. On top of that it was a semi outdoors station and even the light breeze was chilling and the snowflakes felt like small sharp razor blades. They fluttered down from the useless roof like tiny glittering diamonds but stung the face if you were foolish enough to look up. I huddled near a bench with my luggage. I was exhausted from my cold and traveling but it was warmer to stand. I couldn’t understand what the announcements were saying over the speakers and no one around me could explain what was going on. Finally a train arrived and everyone who had accumulated to go in the direction of Malmo rushed to get on. It was a madhouse of shoving, pushing and yelling. I had never seen anything like it. The train was literally stuffed full, and the people outside just kept pushing, it was insane. I had no idea what was going on, but it was somewhat amusing to see several of the people on the train screaming in what I can only assume was Danish at the people trying to shove their way on board. Then for some reason there was a kind of rumor being passed that this was not the right train. "It is not going to Malmo" I was told, I quickly got off the train not wanting to be sent in the wrong direction, but then when I asked the conductor who had stuck his head out the side window I was told that it was in fact going to Malmo. I rushed to squeeze myself and my luggage back on board just in time.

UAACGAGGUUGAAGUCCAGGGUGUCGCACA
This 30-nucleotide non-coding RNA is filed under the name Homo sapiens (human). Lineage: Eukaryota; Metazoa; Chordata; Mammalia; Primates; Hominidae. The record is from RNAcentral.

Finally I arrived in Malmo very tired and cold, even with my fluffy and warm big Russian type hat, which I had to buy in Amsterdam when I lost my woolen Rasta hat. But luckily Johannes was waiting for me at the top of the escalator, a very welcome site.
We walked out to the car where his sister and her boyfriend were waiting for us